On the subject of the Maltese character, what I see in the monuments to Malta`s past is a palpable sense of decisiveness, courage, and the ability to defend the nation`s independence. From the impregnable bastions of Valletta, raised on the orders of St John, to the Great Siege of the 16th century and the glorious defence of Malta during the Second World War – this character is visible everywhere. Today, the Maltese people are seeking a balance between the desire to retain their individuality and their aspiration to develop further. For this reason, Maltese society is quite strongly divided in their views on the future of the islands. Nonetheless, time marches implacably on, and now is the time for the Maltese to once again show their erstwhile courage and decisiveness, to turn the archipelago into a modern jewel in the Mediterranean crown, with its own distinct culture which is oriented on the future, and which lives not only on monuments from the past, but also by creating new values for today.
- St Petersburg also needs a symbol of this kind, after all the main language of international society is the language of aesthetics. I am sure that in the not too distant future a similar powerful visual monument to its time will also emerge here.
- As far as I remember, the language of international society is not aesthetic, it is English. As regards the emergence of a new cultural symbol in St Petersburg, I think that this will happen, sooner or later. I sincerely hope that the city authorities and large corporations are aware of the need to involve themselves in not only infrastructure projects – as necessary as they certainly are, they can neither bring people together, nor can they inspire them. We should all start thinking about the creation of a cultural centre – a new symbol for our city, one which not only reflects our past, but which addresses the future and shapes the direction of the development of our culture in the global context. Only then will we gain a new centre of attraction, not only for the city`s inhabitants, but also for visitors from other countries. On that subject I have a whole range of ideas, but that is perhaps a topic for another interview.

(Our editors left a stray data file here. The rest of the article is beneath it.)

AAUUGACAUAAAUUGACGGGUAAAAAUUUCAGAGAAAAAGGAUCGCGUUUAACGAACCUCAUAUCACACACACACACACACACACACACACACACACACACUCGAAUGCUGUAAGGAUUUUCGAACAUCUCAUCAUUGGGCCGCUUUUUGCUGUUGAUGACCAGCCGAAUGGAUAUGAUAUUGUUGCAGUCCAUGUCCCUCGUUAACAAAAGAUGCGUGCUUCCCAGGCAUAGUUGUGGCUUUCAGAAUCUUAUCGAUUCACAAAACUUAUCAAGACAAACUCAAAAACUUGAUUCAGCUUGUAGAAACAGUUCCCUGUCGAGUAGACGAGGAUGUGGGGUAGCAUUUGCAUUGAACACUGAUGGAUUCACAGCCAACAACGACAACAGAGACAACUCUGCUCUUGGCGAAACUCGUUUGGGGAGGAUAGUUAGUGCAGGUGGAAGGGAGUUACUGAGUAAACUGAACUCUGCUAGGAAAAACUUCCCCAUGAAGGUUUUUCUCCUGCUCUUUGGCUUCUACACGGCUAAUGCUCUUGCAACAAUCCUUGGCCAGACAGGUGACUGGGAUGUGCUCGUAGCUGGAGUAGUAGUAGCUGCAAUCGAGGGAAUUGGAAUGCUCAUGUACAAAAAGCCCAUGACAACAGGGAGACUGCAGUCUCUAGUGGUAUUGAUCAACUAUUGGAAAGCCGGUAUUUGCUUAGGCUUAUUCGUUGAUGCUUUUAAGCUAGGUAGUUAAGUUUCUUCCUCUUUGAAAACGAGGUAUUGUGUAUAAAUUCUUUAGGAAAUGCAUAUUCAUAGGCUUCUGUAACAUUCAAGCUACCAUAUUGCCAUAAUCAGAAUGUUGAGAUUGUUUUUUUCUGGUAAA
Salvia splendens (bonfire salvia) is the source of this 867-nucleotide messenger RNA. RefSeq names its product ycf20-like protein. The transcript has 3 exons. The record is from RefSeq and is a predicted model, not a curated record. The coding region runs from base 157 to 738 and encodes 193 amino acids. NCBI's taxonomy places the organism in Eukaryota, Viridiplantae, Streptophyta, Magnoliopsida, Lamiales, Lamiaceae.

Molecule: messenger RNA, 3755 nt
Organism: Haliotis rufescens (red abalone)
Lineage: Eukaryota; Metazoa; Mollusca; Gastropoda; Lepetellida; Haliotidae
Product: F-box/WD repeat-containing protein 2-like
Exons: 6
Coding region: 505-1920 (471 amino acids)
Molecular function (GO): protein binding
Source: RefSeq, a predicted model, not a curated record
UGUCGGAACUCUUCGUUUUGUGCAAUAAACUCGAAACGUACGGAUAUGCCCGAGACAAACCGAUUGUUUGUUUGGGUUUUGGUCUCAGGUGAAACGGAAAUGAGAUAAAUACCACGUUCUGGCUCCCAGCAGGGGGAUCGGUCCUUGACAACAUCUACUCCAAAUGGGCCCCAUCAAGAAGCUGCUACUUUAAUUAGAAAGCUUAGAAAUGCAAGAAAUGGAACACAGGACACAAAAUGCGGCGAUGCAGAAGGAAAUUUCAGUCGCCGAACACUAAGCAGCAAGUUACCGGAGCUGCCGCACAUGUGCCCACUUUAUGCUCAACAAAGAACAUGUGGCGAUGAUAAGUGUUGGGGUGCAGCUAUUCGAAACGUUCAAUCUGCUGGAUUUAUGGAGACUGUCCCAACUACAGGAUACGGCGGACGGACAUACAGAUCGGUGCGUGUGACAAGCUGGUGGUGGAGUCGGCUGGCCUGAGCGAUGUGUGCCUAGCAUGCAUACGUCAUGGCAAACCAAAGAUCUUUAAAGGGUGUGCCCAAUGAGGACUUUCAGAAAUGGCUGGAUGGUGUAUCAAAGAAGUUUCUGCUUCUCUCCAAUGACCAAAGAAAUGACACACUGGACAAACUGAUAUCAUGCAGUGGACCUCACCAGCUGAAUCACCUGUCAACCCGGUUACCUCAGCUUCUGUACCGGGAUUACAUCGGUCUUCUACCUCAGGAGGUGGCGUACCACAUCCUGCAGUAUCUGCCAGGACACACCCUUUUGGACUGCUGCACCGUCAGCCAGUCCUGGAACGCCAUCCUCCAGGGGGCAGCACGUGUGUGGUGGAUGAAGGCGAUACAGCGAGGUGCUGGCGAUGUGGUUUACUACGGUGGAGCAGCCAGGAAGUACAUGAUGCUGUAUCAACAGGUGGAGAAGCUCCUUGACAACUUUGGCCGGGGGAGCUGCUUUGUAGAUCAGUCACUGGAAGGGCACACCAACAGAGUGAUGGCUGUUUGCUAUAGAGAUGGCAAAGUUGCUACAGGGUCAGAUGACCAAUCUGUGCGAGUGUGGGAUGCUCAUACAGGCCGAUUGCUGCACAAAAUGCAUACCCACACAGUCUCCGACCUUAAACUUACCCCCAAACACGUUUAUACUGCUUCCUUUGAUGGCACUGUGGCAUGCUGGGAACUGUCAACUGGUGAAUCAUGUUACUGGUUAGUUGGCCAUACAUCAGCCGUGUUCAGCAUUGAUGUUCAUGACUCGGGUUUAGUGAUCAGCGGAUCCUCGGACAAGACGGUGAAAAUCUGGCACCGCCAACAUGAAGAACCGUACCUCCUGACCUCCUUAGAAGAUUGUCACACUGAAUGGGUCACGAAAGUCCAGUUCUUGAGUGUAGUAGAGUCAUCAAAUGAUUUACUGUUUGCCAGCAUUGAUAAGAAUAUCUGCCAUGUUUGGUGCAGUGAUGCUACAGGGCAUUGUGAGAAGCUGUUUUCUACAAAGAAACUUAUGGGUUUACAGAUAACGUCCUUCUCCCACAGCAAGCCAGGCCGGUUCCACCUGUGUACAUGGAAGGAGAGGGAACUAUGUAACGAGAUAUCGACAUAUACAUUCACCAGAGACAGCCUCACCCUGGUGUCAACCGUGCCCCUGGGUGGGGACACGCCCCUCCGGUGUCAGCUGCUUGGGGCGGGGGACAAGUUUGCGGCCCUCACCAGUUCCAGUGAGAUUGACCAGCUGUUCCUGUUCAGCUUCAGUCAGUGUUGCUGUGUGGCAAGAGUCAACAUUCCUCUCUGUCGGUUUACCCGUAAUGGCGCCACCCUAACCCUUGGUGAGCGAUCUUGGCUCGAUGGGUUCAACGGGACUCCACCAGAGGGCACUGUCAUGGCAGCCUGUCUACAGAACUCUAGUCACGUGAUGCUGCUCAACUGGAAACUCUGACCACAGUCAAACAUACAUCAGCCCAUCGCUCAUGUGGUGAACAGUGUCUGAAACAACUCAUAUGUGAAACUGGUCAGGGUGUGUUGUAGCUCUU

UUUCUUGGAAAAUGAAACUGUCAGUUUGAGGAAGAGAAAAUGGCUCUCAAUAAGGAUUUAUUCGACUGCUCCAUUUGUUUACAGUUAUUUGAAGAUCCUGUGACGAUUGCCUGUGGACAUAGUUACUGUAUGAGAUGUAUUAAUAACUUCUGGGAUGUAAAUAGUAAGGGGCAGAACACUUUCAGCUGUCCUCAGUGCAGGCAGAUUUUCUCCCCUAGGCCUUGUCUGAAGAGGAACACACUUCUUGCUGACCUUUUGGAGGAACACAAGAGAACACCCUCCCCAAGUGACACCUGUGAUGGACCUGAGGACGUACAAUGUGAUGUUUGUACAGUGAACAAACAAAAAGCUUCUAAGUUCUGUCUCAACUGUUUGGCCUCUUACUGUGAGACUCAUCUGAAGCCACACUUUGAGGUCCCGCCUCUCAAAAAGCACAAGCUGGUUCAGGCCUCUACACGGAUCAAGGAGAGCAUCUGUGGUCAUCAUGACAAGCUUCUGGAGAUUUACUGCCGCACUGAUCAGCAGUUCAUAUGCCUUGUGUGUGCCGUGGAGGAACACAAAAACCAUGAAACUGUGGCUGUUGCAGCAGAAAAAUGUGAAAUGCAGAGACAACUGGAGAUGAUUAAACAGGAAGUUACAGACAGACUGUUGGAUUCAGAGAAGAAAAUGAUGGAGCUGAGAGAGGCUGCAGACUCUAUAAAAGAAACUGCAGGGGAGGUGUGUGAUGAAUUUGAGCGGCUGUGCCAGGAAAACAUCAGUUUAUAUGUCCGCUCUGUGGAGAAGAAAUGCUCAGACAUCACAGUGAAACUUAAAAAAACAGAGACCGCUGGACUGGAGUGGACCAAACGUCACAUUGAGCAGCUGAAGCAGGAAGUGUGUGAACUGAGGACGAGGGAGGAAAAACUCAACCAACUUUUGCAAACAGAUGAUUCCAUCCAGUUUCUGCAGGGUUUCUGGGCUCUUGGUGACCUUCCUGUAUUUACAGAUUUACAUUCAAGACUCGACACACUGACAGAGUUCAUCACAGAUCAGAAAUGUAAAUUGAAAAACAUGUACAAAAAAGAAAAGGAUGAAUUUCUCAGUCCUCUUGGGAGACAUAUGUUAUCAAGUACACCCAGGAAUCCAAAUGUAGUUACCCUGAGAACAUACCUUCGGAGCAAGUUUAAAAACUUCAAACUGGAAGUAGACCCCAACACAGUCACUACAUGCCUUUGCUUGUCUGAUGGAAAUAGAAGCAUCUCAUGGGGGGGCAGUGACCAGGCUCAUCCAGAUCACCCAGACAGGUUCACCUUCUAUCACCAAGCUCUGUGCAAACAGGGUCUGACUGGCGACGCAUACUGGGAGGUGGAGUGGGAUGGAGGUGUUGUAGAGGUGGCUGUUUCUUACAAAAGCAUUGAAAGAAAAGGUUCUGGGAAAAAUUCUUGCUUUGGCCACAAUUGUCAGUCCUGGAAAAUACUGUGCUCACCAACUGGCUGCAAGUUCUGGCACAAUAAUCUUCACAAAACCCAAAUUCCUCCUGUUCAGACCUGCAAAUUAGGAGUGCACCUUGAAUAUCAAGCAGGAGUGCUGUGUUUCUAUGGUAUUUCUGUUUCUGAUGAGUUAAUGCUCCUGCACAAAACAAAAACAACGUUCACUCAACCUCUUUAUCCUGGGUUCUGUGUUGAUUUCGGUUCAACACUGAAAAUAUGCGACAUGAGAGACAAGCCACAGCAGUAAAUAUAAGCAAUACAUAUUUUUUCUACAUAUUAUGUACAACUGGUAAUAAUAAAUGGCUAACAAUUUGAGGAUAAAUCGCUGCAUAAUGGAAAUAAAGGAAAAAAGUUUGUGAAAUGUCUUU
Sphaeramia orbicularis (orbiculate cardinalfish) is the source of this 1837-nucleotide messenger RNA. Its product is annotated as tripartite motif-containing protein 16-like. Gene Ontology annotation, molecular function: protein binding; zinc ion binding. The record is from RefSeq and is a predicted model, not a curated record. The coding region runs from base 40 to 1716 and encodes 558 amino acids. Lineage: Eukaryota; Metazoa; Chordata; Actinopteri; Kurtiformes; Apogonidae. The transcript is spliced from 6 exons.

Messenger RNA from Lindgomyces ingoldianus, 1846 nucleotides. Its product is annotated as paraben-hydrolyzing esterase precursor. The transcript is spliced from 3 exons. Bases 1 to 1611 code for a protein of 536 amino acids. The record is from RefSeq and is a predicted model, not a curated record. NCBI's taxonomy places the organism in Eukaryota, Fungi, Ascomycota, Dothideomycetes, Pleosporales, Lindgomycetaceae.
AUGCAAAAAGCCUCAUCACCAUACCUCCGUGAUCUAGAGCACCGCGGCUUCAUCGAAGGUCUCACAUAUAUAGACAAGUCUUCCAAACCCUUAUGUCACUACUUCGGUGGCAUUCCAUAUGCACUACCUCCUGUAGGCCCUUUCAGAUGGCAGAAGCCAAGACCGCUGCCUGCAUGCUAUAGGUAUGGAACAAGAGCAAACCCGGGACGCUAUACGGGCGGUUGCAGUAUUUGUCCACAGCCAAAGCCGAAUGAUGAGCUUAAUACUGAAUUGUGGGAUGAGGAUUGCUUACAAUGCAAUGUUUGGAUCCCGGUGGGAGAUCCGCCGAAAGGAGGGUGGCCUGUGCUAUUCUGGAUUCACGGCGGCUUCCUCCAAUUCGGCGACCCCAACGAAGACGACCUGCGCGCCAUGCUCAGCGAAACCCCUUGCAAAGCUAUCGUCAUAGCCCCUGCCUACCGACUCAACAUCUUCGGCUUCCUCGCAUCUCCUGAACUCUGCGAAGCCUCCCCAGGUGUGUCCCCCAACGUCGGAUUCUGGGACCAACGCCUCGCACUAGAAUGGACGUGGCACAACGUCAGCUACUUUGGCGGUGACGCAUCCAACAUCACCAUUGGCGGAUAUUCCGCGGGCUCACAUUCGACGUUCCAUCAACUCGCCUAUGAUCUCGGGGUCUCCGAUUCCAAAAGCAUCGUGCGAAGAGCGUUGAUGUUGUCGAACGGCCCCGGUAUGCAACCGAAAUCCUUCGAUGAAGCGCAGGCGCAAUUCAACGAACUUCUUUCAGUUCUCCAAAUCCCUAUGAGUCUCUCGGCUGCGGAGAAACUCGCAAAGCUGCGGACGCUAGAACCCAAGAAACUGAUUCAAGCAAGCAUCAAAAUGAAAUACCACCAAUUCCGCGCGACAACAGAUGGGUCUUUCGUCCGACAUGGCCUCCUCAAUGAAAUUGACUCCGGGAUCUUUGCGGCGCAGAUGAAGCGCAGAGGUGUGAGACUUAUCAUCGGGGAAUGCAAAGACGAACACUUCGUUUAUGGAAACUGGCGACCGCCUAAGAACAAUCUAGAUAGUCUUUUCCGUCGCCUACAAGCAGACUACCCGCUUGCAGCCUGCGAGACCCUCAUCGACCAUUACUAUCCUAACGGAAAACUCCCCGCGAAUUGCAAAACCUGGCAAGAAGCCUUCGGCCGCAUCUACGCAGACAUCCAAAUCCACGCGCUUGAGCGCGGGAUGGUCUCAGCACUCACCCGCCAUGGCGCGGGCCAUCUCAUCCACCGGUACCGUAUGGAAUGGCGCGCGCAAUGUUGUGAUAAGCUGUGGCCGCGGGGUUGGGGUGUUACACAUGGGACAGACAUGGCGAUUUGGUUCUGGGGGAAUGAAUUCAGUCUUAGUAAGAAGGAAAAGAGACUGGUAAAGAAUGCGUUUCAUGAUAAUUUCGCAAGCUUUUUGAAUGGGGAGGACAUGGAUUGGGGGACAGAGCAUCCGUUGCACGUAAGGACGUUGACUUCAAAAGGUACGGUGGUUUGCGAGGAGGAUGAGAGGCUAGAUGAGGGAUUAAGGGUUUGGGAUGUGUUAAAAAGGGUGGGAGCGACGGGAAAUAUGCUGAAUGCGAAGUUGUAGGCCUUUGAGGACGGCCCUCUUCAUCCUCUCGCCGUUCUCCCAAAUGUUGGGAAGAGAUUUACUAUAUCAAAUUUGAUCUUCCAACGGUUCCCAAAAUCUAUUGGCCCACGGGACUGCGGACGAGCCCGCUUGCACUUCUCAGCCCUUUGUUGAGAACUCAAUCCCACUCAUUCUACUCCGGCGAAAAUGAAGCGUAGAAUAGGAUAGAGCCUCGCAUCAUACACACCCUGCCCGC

- Do you think that there is a connection between the aesthetics of Rolls-Royce and the Heart of Malta?
- As with any exclusive design product, the Rolls-Royce concept has its own strict inner logic, which flows from one model to the next. It is built on the synthesis of cultural codes which create an image that is both unique and well thought through. Notwithstanding the absence of any outward similarity to more familiar forms of retro-futurism, the Rolls-Royce concept is based on its principal theme – a nostalgic view of the past. It is not difficult to see how the shapes and forms of automobiles from the 1920s and 1930s, from post-Victorian England’s high society, shine through contemporary design.
The marque`s demonstrative conservatism is a declaration of the values and now-lost way of life of aristocratic Europe, transformed into the aesthetic code of an expensive object. The unhurried silhouette, which pays no heed to aerodynamic design, the direct references to models from the beginning of the last century, from stylised old-fashioned emblems and radiator grilles, doors which open against the direction of travel like on an old limousine, to the concealed power of the mighty engine, which is deliberately left latent in the design dynamic – all these are components in the code of the “car-aristocrat” which lives by its own rules.
It isn’t difficult to see that the Heart of Malta is built and shaped on the same principles of cultural reference points, where the nostalgic silhouette of the natural arch that was destroyed by the sea shines through the contemporary form, creating a dramatic subtext. This subtext transforms the shining steel silhouette into a direct challenge to time and nature, a declaration of intent to never submit to external circumstances, regardless of the fact that the outside world has changed irrevocably. This approach to design, entirely devoid of the kind of post-modern irony in its references which belongs to designs from the age of Michael Graves, also reveals the full seriousness of the “new aristocratism”, and a new interpretation of the concept of individuality. In this way, in its use of these cultural codes, it is possible to discern a certain structural affinity between the aesthetic of the Heart of Malta and that of Rolls-Royce.
Interview by Daria Kalinina.
The Heart of Malta: Interview with architect Svetozar Andreev,
supported by Rolls-Royce Motor Cars St Petersburg. English version.
Сopyright © Svetozar Andreev, 1997-2019. All rights reserved.